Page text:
A bank employee counts Chinese one-hundred yuan banknotes in Hong Kong, China. (Photographer: Brent Lewin/Bloomberg)

China's Violent Swings Often Mean Danger for Global Equities

(Bloomberg) -- There’s a trend in China that rewards equity traders with a relatively calmer session on Fridays. But the yuan is always ready to take the spotlight.

It’s been no different this week after one of the wildest rides for onshore equities since early 2016, the last time China faced the challenge of containing the panic in its financial markets. What has changed is that back then, China got some help from a dovish U.S. Federal Reserve pouring money into the global financial system and weakening the dollar. Not so much this time.

The big question is whether China will want to use more firepower to prop up stocks. Direct intervention may backfire, and policy makers may not be too keen on throwing more money into a falling market. This week’s news that five state-backed funds sold all their equity holdings did little to help sentiment, especially as no explanation was given. One positive way to spin it: the national team is just going passive.

Beijing’s put malfunctions

Equities have turned extremely volatile since top officials launched a sweeping campaign to stop a slide that has made the Shanghai benchmark one of the worst performers in the world this year. The gauge saw intraday swings exceeding 2 percent for eight straight sessions (finally broken on Friday), and traders rushed to hedge against big moves in either direction.

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Not so quiet after all

China’s having slightly greater success taming its exchange rate: the yuan is set to have its steadiest month in more than a year. It seems eerily calm, especially as record trading volume suggests someone’s doing a whole lot of work to ensure the yuan doesn’t move. We got a reminder Friday of how jittery things can get, with the yuan weakening past 6.9 per dollar in intraday trading before the central bank gave bears a bit of a wrist slap. History shows betting against a heavy-handed People’s Bank of China can be very painful.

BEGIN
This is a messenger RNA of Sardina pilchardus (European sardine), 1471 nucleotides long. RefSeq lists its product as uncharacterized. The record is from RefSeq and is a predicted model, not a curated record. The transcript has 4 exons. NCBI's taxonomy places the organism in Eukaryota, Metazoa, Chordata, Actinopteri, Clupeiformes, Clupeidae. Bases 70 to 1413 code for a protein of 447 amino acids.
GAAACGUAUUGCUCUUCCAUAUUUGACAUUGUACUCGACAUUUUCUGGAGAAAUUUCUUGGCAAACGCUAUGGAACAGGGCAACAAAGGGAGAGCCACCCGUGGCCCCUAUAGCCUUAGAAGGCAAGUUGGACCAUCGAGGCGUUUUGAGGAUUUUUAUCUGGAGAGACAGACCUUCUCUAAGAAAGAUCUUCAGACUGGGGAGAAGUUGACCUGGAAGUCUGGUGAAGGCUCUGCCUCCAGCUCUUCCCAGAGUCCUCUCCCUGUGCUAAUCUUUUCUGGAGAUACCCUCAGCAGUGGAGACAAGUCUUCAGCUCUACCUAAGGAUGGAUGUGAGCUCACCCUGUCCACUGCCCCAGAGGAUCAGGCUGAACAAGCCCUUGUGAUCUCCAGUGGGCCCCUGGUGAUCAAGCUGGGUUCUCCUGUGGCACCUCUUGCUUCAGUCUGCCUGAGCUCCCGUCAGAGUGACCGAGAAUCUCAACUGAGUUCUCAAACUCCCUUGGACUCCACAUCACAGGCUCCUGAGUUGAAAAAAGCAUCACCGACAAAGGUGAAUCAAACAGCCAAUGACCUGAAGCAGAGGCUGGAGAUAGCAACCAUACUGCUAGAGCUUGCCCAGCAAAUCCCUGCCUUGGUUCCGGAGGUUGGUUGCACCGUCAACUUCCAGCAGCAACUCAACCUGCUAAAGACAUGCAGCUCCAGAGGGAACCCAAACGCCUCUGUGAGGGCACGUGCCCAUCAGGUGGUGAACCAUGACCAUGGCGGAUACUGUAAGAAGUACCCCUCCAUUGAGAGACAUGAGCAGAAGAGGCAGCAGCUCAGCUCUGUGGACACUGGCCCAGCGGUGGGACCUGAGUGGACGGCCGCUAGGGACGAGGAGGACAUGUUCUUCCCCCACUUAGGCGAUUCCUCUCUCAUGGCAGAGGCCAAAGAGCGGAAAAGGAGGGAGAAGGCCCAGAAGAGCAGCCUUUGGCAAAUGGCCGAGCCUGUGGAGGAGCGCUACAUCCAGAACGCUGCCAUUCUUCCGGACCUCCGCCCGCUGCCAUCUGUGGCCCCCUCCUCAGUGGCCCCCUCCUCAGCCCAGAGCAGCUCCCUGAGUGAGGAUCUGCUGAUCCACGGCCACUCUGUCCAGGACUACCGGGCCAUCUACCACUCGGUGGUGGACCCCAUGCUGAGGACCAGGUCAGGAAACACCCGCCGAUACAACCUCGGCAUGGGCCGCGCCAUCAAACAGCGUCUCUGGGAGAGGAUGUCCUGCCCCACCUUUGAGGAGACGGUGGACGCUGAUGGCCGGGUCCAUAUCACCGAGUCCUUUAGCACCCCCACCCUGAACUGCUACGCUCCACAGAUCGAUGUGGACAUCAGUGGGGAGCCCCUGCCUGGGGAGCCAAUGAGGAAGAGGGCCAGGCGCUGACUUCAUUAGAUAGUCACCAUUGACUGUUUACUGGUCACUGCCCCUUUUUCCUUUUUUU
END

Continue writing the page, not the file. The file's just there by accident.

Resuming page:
Still, evidence that capital outflows are picking up could disrupt the calm. More on that next week.

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Hong Kong’s bad run

The city’s equities are facing one more unwanted milestone: the worst monthly losing streak since 1982. That was the year talks between China and the U.K. about Hong Kong’s future sparked panic and triggered a sharp depreciation of the Hong Kong dollar. The currency was pegged to the greenback about a year later.

It’s been a painful start for what has historically been the kindest quarter for the city’s stocks, and it could get even worse. Hong Kong’s most valuable company Tencent Holdings Ltd. failed to hold above yet another key support level on Friday, which is likely to accelerate the selling.

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Chart of the week

Turbulence in China’s equity market is rarely good news for the rest of the world. Check out what happened after previous bouts of volatility.

China's Violent Swings Often Mean Danger for Global Equities

Catching up

Here’s what else caught our eye.

  • The trade war is making Alibaba produce its own chips.
  • Traders are puzzling over a flurry of block trades in big Chinese banks.
  • Private companies’ funding pain is by no means over.
  • Liquor makers are having a tough time.
  • Another piece of bad regulatory news for Tencent.
  • Big oil gets interested in an old Chinese pirate haunt.
  • Hedge funds are expanding their footprint onshore.
  • Tools protecting against bond defaults are in high demand.
  • Wealth managers at two U.S. banks are curbing China travel.
  • Robots replace humans in this hotpot restaurant.

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